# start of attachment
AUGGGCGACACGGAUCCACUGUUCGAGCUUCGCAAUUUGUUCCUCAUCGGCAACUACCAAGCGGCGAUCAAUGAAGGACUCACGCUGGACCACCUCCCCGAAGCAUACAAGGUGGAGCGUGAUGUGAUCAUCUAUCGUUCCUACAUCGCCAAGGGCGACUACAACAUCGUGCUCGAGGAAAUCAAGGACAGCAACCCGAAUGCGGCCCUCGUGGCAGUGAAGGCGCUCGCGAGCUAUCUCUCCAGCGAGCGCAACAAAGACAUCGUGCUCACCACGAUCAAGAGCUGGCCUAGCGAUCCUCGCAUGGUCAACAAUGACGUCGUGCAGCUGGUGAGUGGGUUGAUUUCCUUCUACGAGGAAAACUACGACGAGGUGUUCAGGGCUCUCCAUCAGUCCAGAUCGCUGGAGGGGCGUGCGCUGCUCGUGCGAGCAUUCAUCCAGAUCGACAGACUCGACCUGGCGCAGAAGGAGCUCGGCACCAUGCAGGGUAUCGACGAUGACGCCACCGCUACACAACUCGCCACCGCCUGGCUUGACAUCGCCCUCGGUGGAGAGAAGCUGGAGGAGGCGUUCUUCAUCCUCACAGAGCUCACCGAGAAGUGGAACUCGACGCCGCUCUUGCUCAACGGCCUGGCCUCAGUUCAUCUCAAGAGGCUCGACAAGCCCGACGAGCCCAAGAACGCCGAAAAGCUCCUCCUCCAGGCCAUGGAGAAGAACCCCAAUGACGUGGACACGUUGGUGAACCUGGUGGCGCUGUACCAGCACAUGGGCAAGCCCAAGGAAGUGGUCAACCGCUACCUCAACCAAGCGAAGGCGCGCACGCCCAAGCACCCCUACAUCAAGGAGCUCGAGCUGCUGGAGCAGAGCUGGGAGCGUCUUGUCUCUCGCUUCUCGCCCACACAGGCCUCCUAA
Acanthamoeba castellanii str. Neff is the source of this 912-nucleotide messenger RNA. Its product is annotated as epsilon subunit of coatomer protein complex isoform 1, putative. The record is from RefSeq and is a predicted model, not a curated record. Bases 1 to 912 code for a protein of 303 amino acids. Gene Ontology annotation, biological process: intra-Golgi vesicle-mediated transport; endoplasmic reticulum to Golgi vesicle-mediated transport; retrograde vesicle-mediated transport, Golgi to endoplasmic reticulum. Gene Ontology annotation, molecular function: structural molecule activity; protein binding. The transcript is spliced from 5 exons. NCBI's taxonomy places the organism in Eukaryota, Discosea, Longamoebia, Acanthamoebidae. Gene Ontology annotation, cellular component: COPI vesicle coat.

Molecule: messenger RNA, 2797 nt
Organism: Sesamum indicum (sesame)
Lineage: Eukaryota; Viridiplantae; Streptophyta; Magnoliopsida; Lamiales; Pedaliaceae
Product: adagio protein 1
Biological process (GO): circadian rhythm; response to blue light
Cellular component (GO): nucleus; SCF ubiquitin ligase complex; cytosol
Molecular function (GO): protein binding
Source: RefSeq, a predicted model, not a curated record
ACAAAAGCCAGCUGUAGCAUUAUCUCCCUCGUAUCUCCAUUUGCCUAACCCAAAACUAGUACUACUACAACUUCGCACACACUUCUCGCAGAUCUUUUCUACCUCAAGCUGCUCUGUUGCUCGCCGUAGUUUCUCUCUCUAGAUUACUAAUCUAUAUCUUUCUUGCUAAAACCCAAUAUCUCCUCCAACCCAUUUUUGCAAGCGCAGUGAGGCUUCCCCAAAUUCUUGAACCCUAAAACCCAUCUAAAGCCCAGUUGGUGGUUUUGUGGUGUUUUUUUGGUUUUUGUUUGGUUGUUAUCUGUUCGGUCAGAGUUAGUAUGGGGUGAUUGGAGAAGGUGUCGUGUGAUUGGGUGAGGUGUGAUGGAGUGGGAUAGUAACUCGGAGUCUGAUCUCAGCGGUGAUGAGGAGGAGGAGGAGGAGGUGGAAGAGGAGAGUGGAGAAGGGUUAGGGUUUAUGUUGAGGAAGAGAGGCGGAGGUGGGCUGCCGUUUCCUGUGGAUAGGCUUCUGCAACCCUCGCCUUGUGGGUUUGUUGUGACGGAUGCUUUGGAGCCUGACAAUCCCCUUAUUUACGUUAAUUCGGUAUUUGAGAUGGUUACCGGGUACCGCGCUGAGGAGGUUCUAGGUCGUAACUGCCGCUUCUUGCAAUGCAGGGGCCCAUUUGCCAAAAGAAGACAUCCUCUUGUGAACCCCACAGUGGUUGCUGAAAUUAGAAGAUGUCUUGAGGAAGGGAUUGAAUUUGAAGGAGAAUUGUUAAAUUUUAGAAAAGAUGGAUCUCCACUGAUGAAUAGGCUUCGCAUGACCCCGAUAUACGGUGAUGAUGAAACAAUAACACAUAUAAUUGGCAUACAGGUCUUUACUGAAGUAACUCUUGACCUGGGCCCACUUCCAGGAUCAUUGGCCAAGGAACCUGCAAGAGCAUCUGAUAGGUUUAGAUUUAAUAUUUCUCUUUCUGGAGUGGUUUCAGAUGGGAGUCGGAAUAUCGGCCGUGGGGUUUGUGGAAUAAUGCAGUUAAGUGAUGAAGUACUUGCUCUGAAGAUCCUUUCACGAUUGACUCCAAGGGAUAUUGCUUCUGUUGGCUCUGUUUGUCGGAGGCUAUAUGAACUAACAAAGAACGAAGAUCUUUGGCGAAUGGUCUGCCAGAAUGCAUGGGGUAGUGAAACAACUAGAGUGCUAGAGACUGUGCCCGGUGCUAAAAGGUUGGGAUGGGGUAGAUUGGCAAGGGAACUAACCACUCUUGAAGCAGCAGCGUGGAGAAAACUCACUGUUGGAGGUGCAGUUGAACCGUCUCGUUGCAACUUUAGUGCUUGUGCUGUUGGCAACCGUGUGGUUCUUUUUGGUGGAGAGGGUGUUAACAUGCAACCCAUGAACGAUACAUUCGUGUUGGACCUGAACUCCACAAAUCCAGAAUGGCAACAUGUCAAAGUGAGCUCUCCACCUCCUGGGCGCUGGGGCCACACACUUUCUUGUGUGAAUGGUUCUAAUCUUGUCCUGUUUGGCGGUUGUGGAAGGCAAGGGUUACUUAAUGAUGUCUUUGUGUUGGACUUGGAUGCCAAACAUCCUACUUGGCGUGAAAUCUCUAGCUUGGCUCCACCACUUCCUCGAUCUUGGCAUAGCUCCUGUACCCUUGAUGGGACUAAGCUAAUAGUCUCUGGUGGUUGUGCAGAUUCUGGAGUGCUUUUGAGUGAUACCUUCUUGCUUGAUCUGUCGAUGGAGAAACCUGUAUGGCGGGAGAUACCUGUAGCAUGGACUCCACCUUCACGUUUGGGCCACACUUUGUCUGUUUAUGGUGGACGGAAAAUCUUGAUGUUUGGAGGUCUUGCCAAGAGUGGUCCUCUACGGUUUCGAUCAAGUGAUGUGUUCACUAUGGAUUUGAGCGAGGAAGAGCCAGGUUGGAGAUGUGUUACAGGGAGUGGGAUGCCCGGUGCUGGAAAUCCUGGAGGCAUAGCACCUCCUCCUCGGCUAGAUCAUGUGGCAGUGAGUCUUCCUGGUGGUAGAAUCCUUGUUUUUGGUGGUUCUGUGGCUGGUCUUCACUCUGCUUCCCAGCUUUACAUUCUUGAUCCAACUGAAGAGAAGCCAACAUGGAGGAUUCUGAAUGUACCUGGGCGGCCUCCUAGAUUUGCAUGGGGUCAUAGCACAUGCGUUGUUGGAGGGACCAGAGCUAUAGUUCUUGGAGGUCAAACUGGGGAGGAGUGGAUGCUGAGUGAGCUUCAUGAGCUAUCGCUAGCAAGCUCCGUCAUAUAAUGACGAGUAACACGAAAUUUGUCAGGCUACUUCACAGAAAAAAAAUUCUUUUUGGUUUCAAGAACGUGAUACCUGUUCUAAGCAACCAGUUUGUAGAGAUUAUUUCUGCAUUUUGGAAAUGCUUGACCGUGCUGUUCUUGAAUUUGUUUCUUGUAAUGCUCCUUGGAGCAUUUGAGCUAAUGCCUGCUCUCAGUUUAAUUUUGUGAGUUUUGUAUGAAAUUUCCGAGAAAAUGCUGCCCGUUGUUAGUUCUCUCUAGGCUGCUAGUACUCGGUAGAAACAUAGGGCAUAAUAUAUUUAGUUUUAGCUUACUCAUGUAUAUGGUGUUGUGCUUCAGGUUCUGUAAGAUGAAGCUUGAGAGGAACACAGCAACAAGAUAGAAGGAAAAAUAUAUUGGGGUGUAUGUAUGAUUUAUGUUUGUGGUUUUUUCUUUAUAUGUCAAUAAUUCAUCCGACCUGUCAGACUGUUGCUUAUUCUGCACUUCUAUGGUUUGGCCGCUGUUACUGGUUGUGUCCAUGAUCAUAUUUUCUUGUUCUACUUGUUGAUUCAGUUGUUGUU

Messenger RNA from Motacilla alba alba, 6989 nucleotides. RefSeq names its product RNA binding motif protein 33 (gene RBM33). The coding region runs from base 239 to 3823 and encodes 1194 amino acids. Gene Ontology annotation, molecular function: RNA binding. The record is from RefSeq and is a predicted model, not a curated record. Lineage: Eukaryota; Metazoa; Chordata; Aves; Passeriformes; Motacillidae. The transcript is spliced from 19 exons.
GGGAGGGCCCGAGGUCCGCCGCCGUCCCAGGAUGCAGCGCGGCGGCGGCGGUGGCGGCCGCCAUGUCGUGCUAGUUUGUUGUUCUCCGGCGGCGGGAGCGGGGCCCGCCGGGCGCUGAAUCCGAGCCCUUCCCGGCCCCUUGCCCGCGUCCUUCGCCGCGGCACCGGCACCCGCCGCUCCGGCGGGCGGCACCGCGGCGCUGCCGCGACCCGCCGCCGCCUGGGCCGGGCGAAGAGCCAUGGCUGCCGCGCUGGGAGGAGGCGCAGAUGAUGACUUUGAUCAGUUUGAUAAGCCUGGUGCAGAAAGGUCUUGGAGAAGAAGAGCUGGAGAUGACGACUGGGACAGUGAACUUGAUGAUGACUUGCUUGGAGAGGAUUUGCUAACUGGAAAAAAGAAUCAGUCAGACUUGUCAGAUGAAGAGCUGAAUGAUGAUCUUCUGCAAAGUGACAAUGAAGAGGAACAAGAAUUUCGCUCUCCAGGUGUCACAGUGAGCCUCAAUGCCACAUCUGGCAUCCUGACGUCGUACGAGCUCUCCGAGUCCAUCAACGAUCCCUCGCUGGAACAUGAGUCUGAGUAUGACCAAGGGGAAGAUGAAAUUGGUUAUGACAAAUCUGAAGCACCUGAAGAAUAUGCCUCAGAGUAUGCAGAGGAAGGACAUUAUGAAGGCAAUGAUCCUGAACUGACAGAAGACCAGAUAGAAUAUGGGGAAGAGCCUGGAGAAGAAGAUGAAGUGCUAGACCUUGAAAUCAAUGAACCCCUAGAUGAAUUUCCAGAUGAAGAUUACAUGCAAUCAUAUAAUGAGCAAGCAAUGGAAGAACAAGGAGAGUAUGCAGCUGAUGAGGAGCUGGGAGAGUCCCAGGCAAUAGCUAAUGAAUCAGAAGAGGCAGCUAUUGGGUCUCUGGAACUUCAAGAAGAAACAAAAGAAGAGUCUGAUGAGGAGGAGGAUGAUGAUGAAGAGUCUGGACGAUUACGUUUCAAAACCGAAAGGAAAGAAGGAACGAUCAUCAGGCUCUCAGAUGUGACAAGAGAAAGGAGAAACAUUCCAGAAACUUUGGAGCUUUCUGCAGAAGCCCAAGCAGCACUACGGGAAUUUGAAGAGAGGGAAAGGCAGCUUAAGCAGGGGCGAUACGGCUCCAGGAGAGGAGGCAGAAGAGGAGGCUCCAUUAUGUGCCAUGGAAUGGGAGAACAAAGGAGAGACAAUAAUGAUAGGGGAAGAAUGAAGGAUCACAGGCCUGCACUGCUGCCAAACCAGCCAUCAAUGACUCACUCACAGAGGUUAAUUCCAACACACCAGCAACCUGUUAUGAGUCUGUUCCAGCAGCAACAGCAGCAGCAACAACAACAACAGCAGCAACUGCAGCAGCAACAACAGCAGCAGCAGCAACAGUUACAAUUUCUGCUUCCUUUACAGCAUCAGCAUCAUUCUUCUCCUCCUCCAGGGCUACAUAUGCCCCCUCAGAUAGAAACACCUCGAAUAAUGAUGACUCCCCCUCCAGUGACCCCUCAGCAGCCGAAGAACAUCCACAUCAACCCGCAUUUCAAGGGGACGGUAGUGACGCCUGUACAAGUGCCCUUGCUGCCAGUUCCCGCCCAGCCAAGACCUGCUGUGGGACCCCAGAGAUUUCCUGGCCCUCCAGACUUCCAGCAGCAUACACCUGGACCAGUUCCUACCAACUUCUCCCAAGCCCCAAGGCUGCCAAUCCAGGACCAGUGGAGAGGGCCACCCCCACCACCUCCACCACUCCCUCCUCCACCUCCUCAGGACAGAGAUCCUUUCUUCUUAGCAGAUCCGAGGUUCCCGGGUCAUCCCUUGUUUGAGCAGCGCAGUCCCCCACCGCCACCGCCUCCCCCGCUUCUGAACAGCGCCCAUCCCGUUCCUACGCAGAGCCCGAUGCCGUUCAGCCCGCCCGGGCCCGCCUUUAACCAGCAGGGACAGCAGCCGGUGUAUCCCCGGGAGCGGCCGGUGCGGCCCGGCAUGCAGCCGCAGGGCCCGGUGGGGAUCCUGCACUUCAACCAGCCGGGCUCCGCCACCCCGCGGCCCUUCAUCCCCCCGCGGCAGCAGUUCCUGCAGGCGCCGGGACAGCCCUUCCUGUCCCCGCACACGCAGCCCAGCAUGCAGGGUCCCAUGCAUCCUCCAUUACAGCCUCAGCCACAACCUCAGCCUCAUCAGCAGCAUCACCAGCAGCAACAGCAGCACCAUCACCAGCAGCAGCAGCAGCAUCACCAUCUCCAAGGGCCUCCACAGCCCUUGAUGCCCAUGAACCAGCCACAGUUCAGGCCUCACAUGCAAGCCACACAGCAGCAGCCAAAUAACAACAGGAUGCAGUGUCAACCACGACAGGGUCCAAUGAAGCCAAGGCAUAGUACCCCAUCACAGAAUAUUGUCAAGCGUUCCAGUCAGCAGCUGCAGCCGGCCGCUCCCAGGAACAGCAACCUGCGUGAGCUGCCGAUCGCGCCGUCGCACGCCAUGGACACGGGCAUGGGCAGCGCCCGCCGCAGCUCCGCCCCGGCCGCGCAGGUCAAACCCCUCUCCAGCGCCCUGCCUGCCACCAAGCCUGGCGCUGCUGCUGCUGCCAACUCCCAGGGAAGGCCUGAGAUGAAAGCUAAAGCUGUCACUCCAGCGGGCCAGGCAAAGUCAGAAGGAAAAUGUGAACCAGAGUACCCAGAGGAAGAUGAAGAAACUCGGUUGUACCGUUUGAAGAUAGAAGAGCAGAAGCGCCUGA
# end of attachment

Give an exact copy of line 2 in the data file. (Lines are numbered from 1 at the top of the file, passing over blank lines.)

Acanthamoeba castellanii str. Neff is the source of this 912-nucleotide messenger RNA. Its product is annotated as epsilon subunit of coatomer protein complex isoform 1, putative. The record is from RefSeq and is a predicted model, not a curated record. Bases 1 to 912 code for a protein of 303 amino acids. Gene Ontology annotation, biological process: intra-Golgi vesicle-mediated transport; endoplasmic reticulum to Golgi vesicle-mediated transport; retrograde vesicle-mediated transport, Golgi to endoplasmic reticulum. Gene Ontology annotation, molecular function: structural molecule activity; protein binding. The transcript is spliced from 5 exons. NCBI's taxonomy places the organism in Eukaryota, Discosea, Longamoebia, Acanthamoebidae. Gene Ontology annotation, cellular component: COPI vesicle coat.